YOU are in the penalty area, heading for goal, but the ball has got away from you. There is a brush of a defender’s foot against your shin. Do you dive? What is the Christian thing to do? Linvoy Primus, formerly of Portsmouth and now a spokesperson for the charity Faith and Football, would like to think he would do the right thing, although he didn’t sound completely sure when interviewed for Heart and Soul (World Service, Sunday) — and, what’s more, he was a defender.
Footballers routinely cross themselves when they join the pitch, and bear ostentatious crucifix tattoos; but few would think twice about bearing false witness when there’s a free kick to be won. Indeed, thinking twice is precisely the problem, as the Revd Richard Leadbeater, a former pro turned Anglican priest, attests. As soon as you start doubting your instincts, you lose your competitive edge. As the saying goes, “Winning isn’t everything; it’s the only thing”; and, in the pained opinion of Mr Leadbeater, Christianity and competitive sport at the highest level are simply incompatible.
In various ways, all those interviewed in this fascinating documentary appeared to share this view. The sprinter Ben Johnson, whose 1988 Olympic gold was withdrawn after he tested positive for illegal steroids, talked of making “a deal with the devil, and the devil came back to collect”.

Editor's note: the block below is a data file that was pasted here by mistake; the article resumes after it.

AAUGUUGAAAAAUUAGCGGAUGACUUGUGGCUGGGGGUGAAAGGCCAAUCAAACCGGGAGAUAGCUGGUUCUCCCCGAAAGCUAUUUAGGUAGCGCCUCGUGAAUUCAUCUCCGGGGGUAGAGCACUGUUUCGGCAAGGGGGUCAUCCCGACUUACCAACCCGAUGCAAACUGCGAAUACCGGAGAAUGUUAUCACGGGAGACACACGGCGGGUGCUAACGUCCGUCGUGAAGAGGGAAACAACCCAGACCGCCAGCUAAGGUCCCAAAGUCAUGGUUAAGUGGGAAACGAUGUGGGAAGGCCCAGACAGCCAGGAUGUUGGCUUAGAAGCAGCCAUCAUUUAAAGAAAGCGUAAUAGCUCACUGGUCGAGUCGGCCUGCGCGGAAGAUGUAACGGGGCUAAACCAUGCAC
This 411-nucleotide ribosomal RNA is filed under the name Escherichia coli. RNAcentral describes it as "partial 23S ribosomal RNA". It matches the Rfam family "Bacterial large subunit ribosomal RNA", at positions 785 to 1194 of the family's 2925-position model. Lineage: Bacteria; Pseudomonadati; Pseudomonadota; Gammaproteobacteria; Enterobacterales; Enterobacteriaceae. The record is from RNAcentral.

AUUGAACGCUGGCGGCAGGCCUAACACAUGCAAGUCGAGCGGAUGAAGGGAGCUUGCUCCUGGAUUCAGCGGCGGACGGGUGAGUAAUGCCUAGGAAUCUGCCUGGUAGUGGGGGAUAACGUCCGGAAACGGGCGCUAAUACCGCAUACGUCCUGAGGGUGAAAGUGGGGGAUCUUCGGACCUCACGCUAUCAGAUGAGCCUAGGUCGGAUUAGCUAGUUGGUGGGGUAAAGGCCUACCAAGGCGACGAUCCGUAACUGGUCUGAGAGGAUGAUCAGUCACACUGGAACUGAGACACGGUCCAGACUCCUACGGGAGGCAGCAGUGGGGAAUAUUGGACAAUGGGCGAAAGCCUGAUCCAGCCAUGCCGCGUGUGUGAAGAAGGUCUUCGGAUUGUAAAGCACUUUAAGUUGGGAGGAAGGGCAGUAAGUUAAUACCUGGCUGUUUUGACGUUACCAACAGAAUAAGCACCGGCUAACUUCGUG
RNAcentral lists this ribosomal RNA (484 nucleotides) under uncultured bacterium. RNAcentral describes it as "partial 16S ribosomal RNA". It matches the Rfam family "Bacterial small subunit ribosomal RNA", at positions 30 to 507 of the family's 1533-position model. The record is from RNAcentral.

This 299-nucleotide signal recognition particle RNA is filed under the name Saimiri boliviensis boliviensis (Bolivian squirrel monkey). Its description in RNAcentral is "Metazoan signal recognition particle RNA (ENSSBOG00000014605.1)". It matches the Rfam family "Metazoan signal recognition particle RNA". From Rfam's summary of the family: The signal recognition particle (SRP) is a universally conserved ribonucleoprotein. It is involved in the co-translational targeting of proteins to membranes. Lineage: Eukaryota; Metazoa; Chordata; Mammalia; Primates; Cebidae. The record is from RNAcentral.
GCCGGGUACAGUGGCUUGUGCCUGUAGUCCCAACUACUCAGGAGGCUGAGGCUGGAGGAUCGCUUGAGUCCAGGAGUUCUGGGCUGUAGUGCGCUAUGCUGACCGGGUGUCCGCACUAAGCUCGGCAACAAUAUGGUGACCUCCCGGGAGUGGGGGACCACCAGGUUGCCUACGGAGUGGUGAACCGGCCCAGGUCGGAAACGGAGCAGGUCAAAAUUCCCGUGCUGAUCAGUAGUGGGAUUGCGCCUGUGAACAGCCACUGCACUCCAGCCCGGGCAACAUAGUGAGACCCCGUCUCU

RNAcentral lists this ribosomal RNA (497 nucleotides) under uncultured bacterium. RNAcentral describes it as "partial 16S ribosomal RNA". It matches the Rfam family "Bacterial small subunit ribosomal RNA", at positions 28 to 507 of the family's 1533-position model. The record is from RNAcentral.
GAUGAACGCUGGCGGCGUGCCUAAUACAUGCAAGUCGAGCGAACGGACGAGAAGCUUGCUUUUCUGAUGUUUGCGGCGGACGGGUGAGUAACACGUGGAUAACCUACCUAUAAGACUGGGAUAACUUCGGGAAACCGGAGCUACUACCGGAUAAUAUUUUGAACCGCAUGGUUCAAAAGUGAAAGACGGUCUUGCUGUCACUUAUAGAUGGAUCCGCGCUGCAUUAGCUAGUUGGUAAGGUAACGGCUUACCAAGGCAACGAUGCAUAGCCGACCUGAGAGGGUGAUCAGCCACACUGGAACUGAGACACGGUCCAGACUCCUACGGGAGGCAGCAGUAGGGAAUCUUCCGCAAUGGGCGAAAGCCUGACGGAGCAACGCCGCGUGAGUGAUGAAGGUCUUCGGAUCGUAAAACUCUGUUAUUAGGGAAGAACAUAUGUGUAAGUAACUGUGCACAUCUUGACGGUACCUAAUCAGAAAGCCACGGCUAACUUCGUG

But not all concurred with the radical proposal of the “sports sociologist” Ellis Cashmore that the only way to achieve fairness in sports such as athletics and cycling was to let everyone take drugs. After all, drugs have always been used and abused in sport, before, as much as after, bans started to be imposed in the 1970s. At least this way, some transparency might protect the health of competitors. But this is surely naïve, and the clue to why is surely inscribed in the foundational motto of the Olympic movement: “Higher, fitter, stronger”. There is no space in this triad for “nicer’”.
Above-the-title promotion is becoming a feature of radio just as it has become commonplace in television. I can’t imagine that the national treasure that is Michael Palin spent more than 15 minutes recording his contribution to Michael Palin’s Memory Palaces (Radio 4, Wednesday of last week), but this was a pilot in a craven quest for a sympathetic commissioning editor, and in those circumstances you pull in all the favours you can.
The conceit of the show is that the presenter, James Peak, is injected into the brain of a celebrity — on this occasion, Mr Palin’s Monty Python chum Terry Gilliam — to rifle through random memories. This tricksy method of dressing up a straightforward interview format worked best when we were allowed to forget about it, and Mr Gilliam was allowed to do his thing.
And he would surely have approved of the fantastical embellishments imposed by the production, just as he spoke enthusiastically about the space-ship episode in the film Monty Python’s Life of Brian. The trouble is that, in what is otherwise a near-perfect comedy, it is that very scene that stands out as a flippant failure.